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My interest in the real has always been present and I try to mix my work with that. In my series disassembly, I have used old items that are no longer used by the masses and often found on the street curbs heading for disposal. All of the items in the photographs were in working order. The interesting part was the fact that they were all so well built, and most likely put together by hand. I envisioned all the enjoyment these pieces had given many people for many years, all to be replaced by new technology that will be rapidly replaced with half the use that these were once getting. I had shot two scenarios. In the first where they were all laid out in the order in which they were taken apart, almost like a family portrait. Everything was taken out in sections as they came out of the objects. I was very cautious with the pieces and made 100% sure none were lost in the process. They were all laid out in the same fashion. I tried to stay true to the organisation in a way that it would look like if you magically swiped your hands across the image they would all fit into place. Of course I had to take some creative steps. In the second scenario, I thought of it as setting the parts free. The parts were placed strategically on a board near the ceiling then dropped. Using the newest and fastest technology in strobe lighting I was able to freeze the pieces mid-frame. After many attempts I was able to achieve the design that I had envisioned. Finding the pieces after each drop was no easy task and was a lengthy process. Again I stayed true and made sure every piece was accounted for.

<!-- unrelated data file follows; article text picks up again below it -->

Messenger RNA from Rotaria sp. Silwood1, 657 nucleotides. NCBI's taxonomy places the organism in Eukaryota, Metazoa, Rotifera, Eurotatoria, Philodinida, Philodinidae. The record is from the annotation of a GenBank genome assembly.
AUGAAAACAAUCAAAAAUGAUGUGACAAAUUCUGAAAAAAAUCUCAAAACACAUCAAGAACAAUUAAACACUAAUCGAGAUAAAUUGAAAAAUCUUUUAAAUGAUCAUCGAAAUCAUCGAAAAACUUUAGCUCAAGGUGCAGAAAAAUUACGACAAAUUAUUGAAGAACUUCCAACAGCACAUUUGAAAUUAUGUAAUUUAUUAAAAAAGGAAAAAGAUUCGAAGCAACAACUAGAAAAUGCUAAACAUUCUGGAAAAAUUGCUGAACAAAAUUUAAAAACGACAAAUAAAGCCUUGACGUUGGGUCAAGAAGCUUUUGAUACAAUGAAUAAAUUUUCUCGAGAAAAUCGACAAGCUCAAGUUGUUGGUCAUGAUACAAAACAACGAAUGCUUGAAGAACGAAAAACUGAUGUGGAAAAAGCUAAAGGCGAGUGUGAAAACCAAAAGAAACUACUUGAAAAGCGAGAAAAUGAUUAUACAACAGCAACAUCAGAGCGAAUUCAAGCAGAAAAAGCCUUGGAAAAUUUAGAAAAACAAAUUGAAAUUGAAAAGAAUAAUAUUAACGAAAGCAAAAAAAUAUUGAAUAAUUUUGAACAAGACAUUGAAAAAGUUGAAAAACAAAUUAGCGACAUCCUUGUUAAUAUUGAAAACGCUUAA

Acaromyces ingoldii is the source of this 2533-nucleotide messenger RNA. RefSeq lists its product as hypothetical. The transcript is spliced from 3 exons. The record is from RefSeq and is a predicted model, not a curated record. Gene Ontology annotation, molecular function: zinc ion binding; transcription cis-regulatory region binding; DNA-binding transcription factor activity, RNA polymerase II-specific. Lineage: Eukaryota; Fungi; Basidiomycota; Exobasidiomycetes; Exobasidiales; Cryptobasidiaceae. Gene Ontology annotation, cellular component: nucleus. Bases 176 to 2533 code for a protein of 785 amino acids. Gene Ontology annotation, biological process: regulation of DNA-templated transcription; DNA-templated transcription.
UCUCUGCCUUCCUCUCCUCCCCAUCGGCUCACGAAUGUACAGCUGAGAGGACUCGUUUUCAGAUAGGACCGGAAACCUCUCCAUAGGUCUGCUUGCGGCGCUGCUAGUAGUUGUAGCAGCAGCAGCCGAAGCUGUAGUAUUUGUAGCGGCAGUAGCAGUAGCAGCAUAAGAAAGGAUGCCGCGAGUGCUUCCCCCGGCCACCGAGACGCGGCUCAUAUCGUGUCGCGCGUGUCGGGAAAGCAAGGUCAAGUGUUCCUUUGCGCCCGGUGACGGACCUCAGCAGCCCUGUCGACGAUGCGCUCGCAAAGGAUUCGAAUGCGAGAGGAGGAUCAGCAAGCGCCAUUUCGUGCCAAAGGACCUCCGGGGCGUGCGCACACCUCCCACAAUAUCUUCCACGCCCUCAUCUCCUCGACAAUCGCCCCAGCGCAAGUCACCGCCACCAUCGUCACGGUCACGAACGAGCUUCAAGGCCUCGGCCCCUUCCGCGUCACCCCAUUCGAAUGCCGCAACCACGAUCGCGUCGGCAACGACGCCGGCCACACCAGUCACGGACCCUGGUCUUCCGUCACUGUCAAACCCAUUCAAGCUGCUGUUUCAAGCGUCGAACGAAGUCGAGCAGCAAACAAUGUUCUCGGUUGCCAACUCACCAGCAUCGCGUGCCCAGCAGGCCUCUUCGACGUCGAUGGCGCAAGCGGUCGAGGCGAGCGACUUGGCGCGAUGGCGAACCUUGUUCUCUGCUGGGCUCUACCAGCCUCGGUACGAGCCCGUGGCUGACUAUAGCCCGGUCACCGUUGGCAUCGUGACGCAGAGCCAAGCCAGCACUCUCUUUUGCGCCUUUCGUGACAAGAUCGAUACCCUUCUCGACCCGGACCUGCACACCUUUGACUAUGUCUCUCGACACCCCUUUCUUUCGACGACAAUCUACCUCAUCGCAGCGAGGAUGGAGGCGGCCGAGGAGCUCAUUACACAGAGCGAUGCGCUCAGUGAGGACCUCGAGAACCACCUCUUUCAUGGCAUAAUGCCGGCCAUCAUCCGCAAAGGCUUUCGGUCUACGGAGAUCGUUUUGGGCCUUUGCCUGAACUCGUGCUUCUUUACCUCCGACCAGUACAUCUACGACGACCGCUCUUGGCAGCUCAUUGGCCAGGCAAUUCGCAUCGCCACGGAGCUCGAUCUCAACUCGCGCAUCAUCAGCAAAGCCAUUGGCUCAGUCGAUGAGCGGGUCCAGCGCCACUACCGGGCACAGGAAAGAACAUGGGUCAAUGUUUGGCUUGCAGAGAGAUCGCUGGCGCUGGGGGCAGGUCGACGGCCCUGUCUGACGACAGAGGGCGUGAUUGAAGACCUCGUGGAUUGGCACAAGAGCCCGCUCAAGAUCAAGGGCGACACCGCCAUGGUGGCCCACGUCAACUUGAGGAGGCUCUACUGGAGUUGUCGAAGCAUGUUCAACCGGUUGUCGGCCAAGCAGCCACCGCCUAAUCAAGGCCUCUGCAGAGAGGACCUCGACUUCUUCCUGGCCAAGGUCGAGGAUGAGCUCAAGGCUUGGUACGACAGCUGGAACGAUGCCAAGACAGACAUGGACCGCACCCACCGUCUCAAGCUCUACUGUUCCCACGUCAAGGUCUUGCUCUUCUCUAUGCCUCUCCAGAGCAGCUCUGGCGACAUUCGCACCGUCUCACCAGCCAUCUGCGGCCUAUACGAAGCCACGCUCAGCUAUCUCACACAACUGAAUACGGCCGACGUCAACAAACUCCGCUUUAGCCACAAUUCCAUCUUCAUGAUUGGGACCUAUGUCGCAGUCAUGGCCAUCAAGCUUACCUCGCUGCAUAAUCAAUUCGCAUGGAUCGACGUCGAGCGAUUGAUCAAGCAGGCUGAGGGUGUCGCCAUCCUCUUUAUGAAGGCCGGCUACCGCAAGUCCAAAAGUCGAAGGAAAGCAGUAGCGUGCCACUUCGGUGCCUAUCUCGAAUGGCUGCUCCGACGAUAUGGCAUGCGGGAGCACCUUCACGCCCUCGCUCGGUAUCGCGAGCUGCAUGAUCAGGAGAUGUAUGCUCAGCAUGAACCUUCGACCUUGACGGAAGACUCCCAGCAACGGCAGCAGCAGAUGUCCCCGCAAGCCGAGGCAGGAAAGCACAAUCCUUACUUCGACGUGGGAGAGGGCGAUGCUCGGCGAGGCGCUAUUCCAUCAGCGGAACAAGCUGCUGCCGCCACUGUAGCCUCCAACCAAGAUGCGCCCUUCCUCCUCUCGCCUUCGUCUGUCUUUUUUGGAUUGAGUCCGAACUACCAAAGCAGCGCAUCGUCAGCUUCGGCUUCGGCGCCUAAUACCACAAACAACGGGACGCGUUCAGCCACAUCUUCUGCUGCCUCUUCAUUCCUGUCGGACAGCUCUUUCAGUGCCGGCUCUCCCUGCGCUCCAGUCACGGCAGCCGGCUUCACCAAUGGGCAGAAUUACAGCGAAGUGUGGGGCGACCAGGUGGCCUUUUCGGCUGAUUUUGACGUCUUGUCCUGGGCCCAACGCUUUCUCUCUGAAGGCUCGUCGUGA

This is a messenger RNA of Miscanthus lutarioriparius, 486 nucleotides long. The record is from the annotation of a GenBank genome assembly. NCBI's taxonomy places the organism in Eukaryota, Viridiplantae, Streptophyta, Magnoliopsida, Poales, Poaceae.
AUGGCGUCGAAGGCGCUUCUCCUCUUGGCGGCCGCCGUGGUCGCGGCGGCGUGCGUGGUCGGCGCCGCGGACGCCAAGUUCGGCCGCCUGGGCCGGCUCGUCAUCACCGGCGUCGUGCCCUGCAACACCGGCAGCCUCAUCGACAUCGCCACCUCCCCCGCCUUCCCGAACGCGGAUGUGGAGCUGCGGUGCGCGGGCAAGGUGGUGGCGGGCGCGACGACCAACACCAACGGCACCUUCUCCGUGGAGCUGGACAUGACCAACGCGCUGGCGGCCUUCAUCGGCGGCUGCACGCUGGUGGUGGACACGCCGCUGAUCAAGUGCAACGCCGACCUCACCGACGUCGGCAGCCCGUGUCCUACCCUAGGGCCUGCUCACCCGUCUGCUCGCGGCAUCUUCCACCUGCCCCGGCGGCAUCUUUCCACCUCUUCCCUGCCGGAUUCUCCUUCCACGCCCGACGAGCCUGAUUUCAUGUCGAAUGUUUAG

McLellan, T: Disassembly. In/Print, 1, 2012. doi:10.21427/D7CB4K